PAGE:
Breakfast At Tiffany’s
The inspiration for the iconic 1961 film starring Audrey Hepburn, Truman Capote’s Breakfast At Tiffany’s is a delightful novella that perfectly encapsulates 1940s New York and the multitude of personalities in the cosmopolitan city.
Breakfast At Tiffany’s is a young writer’s account of his interactions with his downstairs neighbour, the elusive, glamorous, café society girl, Holly Golightly. Set in the Upper East Side during wartime, Golightly is a ‘highly publicised girl-about-New York’ who is known for her dalliances with the men of Manhattan, is associated with jailbird Sally Tomato, and who seeks comfort in luxury jewellery store Tiffany’s. The writer, dubbed ‘Fred’ by Golightly as he reminds her of her brother, is intrigued by the naïve and often aloof socialite. Throughout the course of the book, however, it is evident that Golightly is hiding a mysterious past.
When reading Capote’s novella, it is difficult not to imagine Audrey Hepburn as Holly Golightly, as the role is so ingrained in popular culture and almost synonymous with the actress. Much like the film, Golightly is depicted as the guitar-playing, party-throwing cat owner who complains of suffering from the ‘mean reds’, but it becomes clear that the movie was adapted for a romance-hungry Hollywood audience, as the plot diverges from that of Capote’s original novel.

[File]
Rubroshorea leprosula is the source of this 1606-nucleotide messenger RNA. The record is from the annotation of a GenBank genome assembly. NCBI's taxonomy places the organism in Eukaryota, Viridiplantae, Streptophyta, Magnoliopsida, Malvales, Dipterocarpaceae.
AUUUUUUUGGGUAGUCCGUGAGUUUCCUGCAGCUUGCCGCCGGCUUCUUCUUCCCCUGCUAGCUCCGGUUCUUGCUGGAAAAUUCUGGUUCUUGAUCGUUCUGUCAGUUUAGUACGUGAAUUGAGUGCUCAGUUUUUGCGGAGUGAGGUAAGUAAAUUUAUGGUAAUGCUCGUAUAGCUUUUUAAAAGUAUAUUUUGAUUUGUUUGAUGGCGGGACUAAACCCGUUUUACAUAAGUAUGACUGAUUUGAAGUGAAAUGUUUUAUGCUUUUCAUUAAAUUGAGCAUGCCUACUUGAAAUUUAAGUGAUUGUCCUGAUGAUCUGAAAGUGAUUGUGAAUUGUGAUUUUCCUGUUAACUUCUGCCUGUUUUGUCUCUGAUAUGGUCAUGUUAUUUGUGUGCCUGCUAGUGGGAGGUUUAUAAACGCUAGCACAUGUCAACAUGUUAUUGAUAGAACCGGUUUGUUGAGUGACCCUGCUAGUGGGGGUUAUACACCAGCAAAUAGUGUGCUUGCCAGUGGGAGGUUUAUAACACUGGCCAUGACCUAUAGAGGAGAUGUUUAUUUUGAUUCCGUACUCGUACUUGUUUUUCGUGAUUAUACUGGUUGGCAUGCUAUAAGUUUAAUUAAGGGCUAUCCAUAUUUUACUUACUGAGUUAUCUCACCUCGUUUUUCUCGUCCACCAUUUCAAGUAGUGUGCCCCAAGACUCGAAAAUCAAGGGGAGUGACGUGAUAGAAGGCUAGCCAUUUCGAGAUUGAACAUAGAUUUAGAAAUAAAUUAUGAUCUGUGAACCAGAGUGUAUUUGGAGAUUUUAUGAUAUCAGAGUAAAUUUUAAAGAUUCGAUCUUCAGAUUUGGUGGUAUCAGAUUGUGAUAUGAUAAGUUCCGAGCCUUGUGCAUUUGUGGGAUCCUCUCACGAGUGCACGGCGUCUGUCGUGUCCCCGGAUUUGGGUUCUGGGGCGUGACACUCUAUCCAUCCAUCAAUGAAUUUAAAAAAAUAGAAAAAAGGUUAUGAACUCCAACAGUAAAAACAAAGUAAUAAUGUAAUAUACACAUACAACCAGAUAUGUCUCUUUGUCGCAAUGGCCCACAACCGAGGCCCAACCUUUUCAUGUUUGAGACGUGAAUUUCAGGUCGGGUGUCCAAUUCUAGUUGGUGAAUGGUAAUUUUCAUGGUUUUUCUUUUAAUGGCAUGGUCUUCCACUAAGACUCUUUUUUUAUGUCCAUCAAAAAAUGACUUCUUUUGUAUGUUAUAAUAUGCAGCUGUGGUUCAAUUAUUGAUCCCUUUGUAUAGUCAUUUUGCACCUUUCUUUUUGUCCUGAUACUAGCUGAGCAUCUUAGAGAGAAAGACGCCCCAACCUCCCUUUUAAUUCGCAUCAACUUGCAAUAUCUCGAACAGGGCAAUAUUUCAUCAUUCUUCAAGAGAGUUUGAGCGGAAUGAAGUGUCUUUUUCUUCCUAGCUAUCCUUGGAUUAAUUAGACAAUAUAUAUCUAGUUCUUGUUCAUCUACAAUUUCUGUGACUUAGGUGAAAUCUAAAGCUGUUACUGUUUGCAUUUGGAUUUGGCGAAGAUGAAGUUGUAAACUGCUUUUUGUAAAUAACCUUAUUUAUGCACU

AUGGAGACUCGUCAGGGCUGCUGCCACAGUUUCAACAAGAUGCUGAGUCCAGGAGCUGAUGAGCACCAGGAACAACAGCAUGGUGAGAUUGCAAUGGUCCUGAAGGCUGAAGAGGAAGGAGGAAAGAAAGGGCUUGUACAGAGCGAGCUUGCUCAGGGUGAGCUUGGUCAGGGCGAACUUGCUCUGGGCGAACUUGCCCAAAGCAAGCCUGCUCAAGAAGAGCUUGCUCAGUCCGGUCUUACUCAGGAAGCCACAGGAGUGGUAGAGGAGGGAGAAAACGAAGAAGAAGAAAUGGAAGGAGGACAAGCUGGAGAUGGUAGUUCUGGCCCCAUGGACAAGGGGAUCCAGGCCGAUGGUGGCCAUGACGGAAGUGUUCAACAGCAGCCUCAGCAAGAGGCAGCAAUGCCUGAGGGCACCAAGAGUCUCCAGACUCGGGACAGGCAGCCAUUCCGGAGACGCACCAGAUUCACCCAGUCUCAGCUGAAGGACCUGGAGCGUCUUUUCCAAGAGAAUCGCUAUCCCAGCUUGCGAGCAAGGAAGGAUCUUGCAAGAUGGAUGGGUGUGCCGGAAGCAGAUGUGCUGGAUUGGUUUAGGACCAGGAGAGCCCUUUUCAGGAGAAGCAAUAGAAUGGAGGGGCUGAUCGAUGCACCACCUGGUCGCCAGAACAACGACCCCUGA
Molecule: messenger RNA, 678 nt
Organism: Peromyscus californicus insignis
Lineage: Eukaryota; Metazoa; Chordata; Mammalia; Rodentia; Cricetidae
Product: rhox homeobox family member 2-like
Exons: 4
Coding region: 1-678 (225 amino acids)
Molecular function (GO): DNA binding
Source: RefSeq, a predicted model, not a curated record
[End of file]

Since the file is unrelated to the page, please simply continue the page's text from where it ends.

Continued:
Although it was different to the film, I loved Breakfast At Tiffany’s, along with the three short stories in the Penguin edition. While it is certainly a product of its time, sixty years on it remains a relevant tale about stability versus freedom, and is deserving of its title as one of the twentieth century’s classic novels.
Emily Pullen, WHSmith Australia